Power in Numbers


Flip the Pharmacy helped this Jonesboro, Arkansas, pharmacy go from a traditional dispensing one to a pharmacy offering robust clinical services.

Jam-packed with COVID-19 cases, Jonesboro’s only two hospitals had no choice but to begin turning away symptomatic and positive-testing patients. Local infusion centers in this Arkansas town were just as inundated, lacking the staff and infrastructure to keep up with the demand for what was the first and only COVID-19 treatment – monoclonal antibodies. Pharmacies were up for the challenge, but could only administer the therapy under a time-consuming collaborative practice agreement.

Under the PREP Act,1 HHS expanded the scope of authority for pharmacists to order and administer select COVID-19 therapeutics. Pharmacies across the nation seized the opportunity to “test and treat,” a longtime advocacy focus for the profession. Some pharmacies emerged as monoclonal antibody infusion centers.

The Medicine Shoppe Pharmacy (MSP) and its new Wellness Clinic have championed these efforts in Jonesboro, Arkansas, providing much-needed relief to its overwhelmed health care facilities.

a headshot of Medicine Shoppe Pharmacy in Jonesboro, Arkansas, owner Jett Jones, PharmD

Pharmacy owner Jett Jones, PharmD

“Pharmacists have been advocating for provider status for years, and we knew this was our big chance,” shares owner Jett Jones, PharmD. “If pharmacists proved that we could do this, we knew it would open doors for our profession.”

After more than 100 treatments administered, it is hard to imagine that MSP was once a traditional dispensing pharmacy: no appointment-based model, minimal clinical services, and certainly lacking its own Wellness Clinic down the street. Jett and his newly-hired clinic pharmacist Jill Wolf, PharmD attribute their pharmacy’s extraordinary transformation to their participation in Flip the Pharmacy.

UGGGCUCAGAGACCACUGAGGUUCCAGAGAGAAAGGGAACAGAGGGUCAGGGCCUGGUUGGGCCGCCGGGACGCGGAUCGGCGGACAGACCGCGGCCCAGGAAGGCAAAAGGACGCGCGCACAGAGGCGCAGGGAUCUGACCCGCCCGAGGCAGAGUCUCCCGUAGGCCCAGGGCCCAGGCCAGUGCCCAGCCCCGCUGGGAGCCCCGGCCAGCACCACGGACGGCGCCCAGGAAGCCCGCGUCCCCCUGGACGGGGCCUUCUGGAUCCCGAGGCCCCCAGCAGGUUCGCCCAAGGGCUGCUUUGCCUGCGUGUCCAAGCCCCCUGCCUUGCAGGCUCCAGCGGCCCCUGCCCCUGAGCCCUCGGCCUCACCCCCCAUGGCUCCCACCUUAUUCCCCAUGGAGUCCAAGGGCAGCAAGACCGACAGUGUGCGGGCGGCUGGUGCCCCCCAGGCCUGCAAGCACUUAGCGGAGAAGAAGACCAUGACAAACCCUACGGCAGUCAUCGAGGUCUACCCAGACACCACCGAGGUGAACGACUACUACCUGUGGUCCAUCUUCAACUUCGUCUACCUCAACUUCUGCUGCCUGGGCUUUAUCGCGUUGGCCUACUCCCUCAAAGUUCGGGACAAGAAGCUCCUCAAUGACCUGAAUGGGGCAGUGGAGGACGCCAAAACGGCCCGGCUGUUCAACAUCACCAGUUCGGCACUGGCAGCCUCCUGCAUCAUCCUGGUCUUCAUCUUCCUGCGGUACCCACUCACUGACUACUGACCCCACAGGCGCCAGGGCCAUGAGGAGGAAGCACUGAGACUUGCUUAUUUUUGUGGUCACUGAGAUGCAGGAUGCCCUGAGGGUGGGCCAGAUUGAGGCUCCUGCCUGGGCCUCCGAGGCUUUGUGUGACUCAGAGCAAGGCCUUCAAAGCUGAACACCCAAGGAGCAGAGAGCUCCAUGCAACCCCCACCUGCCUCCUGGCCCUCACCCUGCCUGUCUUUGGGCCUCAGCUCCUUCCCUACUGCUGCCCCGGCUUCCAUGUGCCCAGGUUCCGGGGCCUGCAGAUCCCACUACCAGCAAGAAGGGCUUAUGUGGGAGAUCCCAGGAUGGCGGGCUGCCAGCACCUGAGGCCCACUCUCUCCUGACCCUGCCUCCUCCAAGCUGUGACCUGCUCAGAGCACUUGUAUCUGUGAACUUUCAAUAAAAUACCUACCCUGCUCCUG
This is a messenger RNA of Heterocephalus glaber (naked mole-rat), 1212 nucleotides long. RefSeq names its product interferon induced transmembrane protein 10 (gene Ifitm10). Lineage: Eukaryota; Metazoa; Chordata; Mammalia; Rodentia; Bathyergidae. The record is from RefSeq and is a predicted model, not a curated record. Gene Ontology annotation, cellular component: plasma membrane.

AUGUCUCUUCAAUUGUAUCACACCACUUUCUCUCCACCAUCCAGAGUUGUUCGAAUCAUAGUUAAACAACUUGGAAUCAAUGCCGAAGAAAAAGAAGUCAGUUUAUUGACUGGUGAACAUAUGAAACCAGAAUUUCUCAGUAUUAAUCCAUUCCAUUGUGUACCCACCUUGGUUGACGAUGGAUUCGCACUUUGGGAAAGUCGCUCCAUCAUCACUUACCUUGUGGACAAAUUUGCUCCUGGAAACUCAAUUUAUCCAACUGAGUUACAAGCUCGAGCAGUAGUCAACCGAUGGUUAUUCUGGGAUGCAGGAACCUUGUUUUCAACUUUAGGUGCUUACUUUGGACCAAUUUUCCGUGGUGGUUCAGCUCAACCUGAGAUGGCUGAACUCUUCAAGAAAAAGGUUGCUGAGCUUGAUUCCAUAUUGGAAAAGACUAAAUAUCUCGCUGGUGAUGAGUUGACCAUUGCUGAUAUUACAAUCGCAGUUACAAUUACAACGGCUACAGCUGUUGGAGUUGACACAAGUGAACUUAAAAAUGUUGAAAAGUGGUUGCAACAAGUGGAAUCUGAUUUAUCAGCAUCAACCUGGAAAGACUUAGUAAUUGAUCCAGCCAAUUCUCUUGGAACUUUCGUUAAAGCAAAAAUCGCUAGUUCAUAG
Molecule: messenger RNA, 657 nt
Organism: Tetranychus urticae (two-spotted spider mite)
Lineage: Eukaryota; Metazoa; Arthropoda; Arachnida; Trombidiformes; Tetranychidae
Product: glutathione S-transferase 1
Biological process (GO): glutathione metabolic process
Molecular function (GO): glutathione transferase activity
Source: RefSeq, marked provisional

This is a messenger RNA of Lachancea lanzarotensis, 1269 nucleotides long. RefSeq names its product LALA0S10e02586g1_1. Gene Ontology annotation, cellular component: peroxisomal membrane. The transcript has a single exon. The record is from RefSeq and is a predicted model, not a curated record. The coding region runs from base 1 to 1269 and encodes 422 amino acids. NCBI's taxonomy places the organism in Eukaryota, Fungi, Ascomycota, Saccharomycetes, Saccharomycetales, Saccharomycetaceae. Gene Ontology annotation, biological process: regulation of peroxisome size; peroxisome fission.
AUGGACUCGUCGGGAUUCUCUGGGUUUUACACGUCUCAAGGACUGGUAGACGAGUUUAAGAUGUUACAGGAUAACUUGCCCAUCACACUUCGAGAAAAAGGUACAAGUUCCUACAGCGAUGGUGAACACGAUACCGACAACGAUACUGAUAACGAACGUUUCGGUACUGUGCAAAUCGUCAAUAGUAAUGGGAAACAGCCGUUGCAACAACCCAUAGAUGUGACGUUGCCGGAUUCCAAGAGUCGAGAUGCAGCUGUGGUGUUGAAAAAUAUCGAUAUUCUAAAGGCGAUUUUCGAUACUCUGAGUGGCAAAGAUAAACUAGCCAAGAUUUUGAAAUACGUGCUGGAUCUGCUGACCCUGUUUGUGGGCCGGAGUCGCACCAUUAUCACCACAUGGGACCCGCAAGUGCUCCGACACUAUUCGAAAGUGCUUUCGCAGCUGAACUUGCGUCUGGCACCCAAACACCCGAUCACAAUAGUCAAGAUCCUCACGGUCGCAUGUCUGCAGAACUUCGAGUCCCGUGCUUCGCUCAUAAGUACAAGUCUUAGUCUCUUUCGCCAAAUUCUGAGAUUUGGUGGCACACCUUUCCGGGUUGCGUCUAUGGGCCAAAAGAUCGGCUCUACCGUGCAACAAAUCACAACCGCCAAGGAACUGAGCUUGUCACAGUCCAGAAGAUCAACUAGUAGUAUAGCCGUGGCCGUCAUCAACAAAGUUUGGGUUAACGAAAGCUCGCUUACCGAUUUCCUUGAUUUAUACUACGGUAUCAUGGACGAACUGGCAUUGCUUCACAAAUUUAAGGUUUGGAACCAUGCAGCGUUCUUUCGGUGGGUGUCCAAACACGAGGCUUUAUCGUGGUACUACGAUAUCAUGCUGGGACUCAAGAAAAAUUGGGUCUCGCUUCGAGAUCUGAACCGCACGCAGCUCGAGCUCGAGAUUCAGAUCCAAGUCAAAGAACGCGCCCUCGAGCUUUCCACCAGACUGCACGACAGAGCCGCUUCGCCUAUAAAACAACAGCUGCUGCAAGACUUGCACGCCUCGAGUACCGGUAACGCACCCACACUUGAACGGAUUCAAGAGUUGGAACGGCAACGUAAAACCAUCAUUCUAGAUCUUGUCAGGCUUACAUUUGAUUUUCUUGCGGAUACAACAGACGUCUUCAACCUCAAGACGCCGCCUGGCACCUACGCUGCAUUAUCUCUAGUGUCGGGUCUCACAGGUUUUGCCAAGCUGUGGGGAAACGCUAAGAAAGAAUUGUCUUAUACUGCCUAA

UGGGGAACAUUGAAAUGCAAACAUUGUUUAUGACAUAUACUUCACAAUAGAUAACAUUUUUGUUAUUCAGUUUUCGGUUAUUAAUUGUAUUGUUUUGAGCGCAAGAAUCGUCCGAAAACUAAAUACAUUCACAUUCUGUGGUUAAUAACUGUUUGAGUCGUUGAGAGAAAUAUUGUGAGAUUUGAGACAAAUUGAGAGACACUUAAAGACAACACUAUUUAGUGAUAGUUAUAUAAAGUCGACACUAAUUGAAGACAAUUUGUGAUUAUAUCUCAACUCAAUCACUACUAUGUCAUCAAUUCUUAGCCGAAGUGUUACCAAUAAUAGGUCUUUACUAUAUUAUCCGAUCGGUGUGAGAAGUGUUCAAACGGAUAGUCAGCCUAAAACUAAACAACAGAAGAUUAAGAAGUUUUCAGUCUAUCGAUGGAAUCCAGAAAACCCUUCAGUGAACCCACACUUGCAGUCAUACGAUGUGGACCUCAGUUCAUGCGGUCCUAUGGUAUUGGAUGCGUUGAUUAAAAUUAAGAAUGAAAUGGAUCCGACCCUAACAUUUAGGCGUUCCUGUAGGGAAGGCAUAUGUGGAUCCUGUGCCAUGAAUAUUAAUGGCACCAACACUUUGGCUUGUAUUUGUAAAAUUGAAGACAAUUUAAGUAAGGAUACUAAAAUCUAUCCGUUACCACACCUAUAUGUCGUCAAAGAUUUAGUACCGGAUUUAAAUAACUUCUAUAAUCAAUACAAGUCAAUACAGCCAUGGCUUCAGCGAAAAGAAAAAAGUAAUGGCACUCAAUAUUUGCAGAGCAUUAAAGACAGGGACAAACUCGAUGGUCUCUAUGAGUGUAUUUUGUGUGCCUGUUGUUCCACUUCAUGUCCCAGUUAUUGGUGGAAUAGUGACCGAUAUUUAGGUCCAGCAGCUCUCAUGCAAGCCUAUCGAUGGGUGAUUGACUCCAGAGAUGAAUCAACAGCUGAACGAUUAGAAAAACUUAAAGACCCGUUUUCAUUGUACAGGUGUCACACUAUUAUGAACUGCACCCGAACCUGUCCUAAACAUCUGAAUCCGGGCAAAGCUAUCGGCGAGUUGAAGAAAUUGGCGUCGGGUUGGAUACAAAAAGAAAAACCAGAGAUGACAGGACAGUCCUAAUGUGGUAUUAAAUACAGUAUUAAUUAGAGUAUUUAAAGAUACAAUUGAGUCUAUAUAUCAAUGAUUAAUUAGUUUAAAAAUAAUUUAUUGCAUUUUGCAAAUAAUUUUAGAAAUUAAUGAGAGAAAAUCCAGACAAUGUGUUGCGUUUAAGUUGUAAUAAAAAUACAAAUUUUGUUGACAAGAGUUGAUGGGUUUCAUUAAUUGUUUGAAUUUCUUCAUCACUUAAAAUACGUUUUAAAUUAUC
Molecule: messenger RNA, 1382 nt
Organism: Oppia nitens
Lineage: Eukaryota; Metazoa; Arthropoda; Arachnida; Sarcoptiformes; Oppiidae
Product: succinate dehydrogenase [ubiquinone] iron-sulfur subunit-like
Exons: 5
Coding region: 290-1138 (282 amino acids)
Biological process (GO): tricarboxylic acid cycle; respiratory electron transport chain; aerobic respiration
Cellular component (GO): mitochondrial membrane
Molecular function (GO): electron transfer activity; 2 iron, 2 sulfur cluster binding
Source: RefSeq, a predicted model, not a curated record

As part of Flip the Pharmacy, pharmacy teams work to transform their community-based pharmacy practice beyond point-in-time, prescription-level transactional models toward longitudinal, patient-level care processes and value-based models. Using monthly change packages organized by domains described below, pharmacies implement workflow innovations within key practice transformation domains that emphasize delivery of quality patient care and documentation in an eCare Plan platform. MSP has leveraged all six domains in their monoclonal antibody service set.

an inforgraphic showing the 6 Flip the Pharmacy monthly modules

Flip the Pharmacy's Monthly Change Packages

Domain 1: Leveraging the Appointment-Based Model

Before Flip the Pharmacy, MSP’s walk-in policy hindered them from taking control of their workflow and scaling their clinical services. Now, they have embedded an appointment scheduling portal into the pharmacy’s website that syncs directly to Jill’s phone. This enables the patient to complete digital forms in advance, while Jill prepares for the infusion at the wellness center. Once the patient arrives, Jill checks their vitals, explains the procedure, and sits by their side for the entire one-hour infusion.

Domain 2: Improving Patient Follow Up and Monitoring

headshot of Jill Wolf, PharmD

Clinic Pharmacist Jill Wolf, PharmD

While many patients claim they begin feeling better instantly, Jill insists on calling each patient one week after receiving the monoclonal antibody therapy. The response has been inspiring.

“Patients are pleasantly surprised by how much better they feel, both physically and mentally,” shares Jill. “For many of them, we are the light at the end of the tunnel. Their appreciation is very rewarding to me.”